I have a fun anecdote for the producers out there. Although Martinez and crew had typically used Apple’s Logic software to create their scores, for Drive they used Ableton Live. Martinez had recently discovered it and got Tripi and Quayle into using it for Winding Refn’s film.
“Somehow we made the decision to do all of Drive using [that software],” Tripi says. “We didn’t even know if we could score a movie with it.”
But it does allow the use of video, so you can score “to picture.” Tripi says the vast number of plugins and tools made it perfect for scoring.
“It just felt super creative — like this insane creative burst of stuff that we had going on for that movie,” he says. “And we all [worked on] it.”
Notably, Quayle and Tripi had an idea to mix the score in surround sound. This was not exactly something for which Ableton was built, but they did end up mapping it all out. They went to Martinez’s house and did indeed get it all together.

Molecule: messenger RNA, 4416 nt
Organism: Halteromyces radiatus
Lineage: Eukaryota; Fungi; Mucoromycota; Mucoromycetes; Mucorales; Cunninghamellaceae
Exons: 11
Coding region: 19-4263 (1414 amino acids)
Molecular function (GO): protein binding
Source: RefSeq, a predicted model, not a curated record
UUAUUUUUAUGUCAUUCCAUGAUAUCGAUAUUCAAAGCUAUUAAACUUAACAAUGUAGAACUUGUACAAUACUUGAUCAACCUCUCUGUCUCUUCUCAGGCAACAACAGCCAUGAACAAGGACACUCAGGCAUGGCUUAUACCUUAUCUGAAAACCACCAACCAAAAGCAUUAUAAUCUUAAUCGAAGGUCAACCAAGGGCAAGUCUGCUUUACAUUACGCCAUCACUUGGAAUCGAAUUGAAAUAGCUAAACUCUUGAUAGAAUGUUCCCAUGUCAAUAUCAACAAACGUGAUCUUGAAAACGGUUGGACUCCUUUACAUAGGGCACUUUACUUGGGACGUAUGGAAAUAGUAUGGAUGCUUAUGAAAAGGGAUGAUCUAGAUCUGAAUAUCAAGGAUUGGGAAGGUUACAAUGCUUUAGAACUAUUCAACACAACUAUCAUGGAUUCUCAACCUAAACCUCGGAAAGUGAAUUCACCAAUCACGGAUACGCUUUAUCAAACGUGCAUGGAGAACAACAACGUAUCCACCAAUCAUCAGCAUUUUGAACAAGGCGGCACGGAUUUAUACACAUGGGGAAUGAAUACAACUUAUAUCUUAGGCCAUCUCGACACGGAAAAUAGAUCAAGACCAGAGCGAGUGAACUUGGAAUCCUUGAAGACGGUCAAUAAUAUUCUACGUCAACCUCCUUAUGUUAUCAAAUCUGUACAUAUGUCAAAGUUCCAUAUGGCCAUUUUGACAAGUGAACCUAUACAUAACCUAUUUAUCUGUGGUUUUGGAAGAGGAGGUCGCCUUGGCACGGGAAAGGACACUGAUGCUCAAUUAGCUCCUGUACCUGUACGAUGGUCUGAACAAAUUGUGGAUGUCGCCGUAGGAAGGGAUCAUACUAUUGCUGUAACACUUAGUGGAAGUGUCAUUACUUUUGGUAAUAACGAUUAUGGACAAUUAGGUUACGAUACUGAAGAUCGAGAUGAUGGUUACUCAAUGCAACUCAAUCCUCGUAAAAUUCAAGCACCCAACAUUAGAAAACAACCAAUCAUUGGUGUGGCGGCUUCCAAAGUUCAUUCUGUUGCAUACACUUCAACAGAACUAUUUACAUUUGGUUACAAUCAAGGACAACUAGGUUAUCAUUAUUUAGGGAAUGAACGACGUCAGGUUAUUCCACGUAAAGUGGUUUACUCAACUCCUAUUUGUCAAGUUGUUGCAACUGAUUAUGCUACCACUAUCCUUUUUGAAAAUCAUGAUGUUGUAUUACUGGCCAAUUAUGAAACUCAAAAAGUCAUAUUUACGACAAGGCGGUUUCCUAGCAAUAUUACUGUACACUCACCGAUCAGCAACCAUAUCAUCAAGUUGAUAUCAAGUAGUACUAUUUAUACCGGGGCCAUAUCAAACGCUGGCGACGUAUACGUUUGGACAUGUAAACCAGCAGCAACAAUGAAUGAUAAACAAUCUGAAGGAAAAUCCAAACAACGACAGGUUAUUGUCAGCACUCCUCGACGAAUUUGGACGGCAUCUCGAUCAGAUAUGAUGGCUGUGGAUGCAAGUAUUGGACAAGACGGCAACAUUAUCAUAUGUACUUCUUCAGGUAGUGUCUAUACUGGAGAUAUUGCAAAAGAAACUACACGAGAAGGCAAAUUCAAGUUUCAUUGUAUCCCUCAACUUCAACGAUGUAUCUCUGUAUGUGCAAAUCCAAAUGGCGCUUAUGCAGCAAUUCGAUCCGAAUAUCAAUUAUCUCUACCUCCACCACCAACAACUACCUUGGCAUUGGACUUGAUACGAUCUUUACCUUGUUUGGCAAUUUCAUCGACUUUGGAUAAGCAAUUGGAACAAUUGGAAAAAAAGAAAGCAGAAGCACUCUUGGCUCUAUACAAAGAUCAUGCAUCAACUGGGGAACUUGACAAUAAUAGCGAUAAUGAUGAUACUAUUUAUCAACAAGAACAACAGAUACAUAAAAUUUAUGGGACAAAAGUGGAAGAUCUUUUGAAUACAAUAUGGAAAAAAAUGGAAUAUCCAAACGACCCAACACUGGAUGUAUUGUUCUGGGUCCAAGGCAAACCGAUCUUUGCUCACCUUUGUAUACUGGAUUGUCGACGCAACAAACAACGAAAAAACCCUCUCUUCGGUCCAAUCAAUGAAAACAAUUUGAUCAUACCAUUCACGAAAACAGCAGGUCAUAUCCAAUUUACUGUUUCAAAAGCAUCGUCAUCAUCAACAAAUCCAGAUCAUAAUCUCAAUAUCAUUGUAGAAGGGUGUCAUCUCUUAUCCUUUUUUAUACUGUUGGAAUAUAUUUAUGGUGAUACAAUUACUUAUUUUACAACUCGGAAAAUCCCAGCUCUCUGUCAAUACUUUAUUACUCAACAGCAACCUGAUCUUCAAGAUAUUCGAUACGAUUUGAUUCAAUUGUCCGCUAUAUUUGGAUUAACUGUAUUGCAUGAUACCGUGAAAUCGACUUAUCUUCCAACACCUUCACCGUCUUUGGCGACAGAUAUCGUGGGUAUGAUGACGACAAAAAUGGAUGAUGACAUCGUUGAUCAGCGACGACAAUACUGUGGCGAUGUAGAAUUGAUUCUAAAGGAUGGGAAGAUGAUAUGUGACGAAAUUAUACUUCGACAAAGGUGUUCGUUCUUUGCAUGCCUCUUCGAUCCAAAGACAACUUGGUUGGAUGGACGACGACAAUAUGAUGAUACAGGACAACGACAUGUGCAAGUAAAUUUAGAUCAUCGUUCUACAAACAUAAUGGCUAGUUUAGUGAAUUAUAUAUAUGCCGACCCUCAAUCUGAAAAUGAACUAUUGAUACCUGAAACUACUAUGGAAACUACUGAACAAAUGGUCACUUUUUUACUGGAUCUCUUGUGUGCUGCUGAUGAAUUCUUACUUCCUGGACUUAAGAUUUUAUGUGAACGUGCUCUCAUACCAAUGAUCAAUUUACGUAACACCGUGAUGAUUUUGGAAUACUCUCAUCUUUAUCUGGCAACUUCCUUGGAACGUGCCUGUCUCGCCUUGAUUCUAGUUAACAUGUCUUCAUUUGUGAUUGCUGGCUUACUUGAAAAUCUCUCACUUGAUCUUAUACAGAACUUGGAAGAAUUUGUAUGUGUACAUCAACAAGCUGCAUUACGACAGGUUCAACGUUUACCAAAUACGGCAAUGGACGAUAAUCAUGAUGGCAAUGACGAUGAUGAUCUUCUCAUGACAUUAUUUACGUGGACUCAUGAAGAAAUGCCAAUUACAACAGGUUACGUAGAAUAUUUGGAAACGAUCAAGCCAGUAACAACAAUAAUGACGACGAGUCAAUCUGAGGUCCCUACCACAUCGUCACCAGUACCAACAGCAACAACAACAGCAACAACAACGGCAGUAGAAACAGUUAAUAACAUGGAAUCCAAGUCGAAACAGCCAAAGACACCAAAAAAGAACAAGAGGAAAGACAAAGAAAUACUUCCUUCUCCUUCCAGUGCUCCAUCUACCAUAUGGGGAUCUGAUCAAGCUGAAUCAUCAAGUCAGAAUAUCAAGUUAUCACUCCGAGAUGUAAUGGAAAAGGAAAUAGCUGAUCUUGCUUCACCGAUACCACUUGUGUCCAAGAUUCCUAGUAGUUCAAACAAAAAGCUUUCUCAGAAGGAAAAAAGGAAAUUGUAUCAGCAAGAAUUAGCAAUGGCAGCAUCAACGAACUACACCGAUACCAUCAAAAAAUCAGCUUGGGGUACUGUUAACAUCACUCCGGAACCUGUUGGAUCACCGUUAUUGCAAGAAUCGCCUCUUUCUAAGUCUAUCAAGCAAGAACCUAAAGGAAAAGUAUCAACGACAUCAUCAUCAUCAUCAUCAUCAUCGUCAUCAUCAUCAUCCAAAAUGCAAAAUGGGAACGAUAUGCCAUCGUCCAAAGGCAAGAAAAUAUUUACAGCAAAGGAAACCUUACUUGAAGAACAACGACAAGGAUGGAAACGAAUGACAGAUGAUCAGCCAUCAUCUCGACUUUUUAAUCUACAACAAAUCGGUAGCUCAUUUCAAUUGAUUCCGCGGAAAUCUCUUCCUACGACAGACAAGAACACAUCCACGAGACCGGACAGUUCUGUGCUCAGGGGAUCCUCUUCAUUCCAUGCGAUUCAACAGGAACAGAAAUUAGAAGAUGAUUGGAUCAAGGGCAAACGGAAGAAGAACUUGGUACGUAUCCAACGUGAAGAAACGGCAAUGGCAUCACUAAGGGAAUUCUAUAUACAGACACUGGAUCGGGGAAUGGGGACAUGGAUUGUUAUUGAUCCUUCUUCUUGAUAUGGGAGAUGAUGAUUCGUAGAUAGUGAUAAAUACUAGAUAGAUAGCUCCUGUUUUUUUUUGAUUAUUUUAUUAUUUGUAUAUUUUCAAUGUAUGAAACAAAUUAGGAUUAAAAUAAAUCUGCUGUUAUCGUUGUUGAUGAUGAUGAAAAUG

“Having that team dynamic in place… and this new set of software tools… and experiments [with things like] wind chimes… was just a good combination and flowed really well,” Tripi said.
It was five weeks of unmitigated inspiration, essentially.
Afterward, they’d operate as a trio until about 2015, just after they completed the music for video game Far Cry 4. Quayle then went out on his own, tackling the music for shows like American Horror Story, Pose, and Mr. Robot. Martinez and Tripi would continue to work together on and off, and still do.
Tripi says there is no typical division of labor, but rather he and Martinez evaluate how to approach music on a project-by-project basis.
“We just look at what [the project] needs and we start scratching our heads,” he said.